You are not permitted to request help with the assignment apart from in the course forum or from course staff.

Do not provide or show your assignment work to any other person (including by posting it on the forum) apart from the teaching staff of COMP1511.

The work you submit must otherwise be entirely your own work. Submission of work partially or completely derived from any other person or jointly written with any other person is not permitted. The penalties for such an offence may include negative marks, automatic failure of the course and possibly other academic discipline. Assignment submissions will be examined both automatically and manually for such submissions.

Relevant scholarship authorities will be informed if students holding scholarships are involved in an incident of plagiarism or other misconduct. If you knowingly provide or show your assignment work to another person for any reason, and work derived from it is submitted you may be penalized, even if the work was submitted without your knowledge or consent. This may apply even if your work is submitted by a third party unknown to you.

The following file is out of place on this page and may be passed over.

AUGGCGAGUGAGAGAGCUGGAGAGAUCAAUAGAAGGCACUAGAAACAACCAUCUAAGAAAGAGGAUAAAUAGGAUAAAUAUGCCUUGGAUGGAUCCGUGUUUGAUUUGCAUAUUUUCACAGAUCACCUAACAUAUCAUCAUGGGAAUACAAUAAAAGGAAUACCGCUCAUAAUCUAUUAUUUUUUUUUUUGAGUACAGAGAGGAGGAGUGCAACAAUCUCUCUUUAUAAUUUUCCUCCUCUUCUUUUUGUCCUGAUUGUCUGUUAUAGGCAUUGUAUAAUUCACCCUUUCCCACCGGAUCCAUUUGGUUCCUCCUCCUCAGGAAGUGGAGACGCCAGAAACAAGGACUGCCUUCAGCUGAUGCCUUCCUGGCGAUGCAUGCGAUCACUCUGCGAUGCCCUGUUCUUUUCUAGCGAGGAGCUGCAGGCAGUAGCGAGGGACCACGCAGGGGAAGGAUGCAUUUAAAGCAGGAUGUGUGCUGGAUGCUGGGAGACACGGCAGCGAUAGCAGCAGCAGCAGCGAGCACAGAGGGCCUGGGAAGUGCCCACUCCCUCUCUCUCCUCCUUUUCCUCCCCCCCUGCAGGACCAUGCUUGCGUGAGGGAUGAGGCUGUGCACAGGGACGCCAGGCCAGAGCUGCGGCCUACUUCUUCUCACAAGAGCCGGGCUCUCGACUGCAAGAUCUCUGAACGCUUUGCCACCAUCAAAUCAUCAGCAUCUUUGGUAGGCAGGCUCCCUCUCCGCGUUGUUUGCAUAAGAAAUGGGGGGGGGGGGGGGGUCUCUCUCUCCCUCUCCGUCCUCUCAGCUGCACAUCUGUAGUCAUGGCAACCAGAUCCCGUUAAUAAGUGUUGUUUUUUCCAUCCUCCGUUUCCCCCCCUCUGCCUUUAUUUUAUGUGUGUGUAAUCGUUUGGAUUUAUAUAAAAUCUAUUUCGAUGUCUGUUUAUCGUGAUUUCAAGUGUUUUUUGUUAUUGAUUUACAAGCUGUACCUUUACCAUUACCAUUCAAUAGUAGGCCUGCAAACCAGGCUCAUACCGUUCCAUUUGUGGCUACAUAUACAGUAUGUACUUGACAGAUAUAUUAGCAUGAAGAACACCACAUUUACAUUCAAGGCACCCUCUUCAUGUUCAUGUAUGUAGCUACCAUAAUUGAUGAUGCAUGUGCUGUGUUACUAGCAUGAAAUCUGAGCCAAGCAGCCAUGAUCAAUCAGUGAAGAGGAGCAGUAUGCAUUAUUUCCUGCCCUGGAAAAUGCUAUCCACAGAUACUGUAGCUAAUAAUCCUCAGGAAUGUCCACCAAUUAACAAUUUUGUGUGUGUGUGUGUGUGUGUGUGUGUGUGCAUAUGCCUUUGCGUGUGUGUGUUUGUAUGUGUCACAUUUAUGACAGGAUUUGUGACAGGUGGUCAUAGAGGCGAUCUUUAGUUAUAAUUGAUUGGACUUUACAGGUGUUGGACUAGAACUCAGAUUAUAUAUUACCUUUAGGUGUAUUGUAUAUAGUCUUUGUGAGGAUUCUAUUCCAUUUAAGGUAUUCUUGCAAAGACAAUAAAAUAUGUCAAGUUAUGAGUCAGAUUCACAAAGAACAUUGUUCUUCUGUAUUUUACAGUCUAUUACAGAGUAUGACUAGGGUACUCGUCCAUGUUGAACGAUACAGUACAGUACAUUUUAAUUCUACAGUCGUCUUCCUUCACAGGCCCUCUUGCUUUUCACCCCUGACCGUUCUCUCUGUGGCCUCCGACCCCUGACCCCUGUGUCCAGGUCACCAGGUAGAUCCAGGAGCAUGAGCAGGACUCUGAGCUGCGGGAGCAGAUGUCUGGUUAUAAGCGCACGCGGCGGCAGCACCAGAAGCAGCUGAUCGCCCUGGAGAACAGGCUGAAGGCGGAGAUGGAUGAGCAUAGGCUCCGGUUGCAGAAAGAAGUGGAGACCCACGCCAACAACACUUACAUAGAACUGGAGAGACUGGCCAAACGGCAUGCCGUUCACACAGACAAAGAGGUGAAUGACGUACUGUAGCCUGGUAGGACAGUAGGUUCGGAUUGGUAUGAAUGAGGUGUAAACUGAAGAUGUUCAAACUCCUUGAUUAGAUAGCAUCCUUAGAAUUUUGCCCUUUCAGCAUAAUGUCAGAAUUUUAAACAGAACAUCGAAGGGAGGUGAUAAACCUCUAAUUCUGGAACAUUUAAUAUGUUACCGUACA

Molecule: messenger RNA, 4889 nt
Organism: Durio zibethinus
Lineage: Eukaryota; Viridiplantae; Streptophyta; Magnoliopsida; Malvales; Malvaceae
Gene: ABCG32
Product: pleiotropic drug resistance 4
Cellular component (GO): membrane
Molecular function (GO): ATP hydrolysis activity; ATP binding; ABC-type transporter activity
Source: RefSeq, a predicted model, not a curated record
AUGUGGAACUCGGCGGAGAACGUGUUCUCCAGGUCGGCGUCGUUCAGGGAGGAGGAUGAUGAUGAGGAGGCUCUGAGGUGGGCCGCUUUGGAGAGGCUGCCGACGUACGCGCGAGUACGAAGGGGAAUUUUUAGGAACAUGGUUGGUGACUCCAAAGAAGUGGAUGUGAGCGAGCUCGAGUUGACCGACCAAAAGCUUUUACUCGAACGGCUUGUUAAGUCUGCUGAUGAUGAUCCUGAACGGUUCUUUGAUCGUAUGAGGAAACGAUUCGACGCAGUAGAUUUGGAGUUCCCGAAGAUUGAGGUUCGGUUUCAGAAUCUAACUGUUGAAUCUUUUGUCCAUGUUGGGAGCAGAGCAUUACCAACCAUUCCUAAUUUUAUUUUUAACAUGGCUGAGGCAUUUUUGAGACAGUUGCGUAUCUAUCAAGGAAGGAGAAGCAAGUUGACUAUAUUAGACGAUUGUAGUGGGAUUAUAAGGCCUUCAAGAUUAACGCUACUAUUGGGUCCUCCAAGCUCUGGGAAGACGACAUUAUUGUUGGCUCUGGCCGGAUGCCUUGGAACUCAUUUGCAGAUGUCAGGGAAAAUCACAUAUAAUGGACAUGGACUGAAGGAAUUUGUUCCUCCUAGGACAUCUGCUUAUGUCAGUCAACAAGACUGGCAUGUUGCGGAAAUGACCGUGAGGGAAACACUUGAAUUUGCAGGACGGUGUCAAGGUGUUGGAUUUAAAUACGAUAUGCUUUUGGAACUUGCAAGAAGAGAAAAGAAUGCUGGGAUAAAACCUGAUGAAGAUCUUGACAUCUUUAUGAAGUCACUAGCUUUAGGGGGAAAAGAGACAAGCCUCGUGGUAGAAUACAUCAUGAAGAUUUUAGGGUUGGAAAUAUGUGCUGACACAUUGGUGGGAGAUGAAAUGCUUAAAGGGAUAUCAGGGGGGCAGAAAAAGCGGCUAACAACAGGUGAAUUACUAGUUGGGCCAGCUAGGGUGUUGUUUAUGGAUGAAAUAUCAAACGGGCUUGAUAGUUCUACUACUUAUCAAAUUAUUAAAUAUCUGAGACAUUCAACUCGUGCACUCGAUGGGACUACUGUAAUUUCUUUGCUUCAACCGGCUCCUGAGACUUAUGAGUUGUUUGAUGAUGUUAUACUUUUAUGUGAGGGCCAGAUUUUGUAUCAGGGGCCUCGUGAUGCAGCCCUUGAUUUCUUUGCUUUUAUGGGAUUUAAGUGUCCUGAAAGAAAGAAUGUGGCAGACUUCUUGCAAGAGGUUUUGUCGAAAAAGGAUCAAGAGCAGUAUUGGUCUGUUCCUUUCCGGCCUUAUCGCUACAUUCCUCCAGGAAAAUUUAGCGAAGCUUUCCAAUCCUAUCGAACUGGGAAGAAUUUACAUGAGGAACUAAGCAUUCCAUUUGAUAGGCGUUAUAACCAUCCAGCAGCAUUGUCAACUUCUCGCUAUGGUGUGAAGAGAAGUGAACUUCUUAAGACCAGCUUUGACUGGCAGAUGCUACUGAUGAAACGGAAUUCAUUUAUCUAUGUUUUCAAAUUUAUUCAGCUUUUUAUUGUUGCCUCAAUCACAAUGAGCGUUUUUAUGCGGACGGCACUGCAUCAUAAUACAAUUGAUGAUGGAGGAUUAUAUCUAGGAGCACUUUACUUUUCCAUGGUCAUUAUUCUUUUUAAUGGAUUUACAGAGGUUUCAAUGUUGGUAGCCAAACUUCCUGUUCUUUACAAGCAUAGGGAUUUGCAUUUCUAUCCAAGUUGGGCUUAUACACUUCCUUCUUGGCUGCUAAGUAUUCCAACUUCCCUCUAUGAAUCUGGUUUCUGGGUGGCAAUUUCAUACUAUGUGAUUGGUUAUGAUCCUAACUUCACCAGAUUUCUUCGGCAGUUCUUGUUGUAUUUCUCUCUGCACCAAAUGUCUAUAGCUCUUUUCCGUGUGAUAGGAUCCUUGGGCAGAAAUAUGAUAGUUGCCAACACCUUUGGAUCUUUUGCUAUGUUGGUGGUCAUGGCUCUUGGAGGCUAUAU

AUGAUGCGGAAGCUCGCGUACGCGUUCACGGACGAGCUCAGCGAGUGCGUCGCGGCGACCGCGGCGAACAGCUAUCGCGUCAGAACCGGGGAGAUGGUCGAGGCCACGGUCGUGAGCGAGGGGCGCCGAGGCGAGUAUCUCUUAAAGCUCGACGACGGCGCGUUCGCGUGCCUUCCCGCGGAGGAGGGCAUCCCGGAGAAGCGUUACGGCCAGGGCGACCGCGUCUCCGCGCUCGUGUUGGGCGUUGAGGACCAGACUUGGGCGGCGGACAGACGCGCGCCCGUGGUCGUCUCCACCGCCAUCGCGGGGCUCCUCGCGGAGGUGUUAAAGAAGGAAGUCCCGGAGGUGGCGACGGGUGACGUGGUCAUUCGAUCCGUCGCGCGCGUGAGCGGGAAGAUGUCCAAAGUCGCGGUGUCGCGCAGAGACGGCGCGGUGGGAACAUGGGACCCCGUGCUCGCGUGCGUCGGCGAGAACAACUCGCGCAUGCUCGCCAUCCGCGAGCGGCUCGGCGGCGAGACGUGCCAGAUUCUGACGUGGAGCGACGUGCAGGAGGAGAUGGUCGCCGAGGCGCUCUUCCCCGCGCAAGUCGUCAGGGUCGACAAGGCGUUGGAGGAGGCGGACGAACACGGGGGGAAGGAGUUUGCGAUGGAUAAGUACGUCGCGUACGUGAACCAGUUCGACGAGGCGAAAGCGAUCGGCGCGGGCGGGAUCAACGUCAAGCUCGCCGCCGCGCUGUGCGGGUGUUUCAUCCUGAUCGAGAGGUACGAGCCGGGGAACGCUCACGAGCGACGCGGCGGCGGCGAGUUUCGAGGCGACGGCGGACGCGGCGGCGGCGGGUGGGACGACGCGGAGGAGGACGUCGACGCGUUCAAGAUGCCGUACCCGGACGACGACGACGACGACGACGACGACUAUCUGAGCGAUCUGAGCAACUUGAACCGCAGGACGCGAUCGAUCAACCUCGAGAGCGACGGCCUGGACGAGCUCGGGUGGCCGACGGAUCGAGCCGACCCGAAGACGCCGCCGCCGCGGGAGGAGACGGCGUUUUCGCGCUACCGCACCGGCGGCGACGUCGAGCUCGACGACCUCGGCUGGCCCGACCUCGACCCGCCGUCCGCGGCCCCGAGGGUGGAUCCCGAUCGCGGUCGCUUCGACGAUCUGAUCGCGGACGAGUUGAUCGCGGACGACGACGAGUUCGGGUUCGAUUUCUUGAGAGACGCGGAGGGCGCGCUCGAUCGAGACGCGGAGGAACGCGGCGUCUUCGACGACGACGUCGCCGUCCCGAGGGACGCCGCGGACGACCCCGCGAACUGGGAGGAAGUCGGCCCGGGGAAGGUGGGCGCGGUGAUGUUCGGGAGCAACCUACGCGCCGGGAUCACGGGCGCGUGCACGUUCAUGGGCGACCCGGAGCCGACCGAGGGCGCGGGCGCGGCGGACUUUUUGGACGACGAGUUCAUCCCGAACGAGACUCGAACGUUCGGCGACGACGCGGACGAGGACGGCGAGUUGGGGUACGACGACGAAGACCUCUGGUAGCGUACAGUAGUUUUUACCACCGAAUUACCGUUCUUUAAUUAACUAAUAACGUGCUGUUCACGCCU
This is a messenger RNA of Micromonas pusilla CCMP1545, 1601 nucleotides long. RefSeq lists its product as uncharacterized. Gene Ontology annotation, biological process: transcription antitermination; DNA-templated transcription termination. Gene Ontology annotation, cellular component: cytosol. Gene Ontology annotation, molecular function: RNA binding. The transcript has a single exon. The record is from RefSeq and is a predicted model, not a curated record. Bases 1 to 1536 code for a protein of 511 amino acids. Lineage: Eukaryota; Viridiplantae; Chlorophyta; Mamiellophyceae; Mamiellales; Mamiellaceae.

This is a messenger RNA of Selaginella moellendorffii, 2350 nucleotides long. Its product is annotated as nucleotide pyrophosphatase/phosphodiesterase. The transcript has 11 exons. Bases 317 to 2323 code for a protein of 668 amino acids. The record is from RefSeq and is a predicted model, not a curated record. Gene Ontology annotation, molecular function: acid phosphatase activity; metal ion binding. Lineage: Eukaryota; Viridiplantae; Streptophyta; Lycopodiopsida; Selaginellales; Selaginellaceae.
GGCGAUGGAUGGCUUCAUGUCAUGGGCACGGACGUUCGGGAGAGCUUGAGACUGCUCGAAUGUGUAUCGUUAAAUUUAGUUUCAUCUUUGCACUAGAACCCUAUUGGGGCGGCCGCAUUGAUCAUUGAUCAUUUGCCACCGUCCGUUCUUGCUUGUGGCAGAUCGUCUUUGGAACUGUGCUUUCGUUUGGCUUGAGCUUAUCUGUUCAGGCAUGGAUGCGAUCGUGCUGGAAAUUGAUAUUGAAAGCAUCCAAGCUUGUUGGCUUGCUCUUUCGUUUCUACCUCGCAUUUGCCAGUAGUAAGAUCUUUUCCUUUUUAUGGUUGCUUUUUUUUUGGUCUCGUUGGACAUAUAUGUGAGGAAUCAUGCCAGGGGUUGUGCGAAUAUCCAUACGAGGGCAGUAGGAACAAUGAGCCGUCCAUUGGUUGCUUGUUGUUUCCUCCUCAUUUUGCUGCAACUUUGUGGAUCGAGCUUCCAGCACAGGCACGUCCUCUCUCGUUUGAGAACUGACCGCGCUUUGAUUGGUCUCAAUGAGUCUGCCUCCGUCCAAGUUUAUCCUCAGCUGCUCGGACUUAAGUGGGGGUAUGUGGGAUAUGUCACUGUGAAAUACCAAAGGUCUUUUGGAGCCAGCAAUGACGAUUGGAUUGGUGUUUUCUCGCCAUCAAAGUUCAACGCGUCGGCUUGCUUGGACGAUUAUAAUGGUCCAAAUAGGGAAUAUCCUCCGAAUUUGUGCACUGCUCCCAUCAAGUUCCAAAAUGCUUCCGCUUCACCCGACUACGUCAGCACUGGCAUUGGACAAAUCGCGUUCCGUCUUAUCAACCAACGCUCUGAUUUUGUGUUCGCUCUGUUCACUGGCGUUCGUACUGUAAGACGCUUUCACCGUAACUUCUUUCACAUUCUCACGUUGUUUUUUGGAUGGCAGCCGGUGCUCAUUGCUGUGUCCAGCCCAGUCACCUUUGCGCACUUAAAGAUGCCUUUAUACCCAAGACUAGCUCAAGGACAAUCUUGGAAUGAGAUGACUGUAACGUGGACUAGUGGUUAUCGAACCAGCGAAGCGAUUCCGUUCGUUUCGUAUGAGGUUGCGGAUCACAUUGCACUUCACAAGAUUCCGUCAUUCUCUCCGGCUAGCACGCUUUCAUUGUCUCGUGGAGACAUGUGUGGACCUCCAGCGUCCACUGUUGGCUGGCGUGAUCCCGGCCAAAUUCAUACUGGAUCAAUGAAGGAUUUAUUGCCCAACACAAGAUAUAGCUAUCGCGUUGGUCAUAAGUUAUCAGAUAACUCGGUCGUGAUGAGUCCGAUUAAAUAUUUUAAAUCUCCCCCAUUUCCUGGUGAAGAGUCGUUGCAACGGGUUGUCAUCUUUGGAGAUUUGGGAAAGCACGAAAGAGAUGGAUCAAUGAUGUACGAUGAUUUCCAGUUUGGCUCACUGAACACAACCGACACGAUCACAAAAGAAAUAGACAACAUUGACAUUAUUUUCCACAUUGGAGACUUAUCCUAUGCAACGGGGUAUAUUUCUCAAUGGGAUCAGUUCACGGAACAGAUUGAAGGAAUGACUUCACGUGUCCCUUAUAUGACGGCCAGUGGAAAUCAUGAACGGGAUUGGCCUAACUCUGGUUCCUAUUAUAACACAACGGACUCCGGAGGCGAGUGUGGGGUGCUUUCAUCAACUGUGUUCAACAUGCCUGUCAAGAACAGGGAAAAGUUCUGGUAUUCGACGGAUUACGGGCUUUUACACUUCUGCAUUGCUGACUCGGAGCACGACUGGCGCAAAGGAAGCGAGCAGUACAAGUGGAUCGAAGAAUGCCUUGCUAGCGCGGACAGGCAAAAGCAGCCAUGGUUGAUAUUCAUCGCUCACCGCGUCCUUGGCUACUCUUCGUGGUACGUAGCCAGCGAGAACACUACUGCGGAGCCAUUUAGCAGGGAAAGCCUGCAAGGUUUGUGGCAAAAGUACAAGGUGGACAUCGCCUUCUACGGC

Note, you will not be penalized if your work is taken without your consent or knowledge.


This assignment will contribute 15% to your final mark.

The assessment for the assignment recognizes the difficulty of the task.

5% of the marks for assignment 2 will come from your tutor reading your blog. They will assess generously any genuine attempts to record the information described above.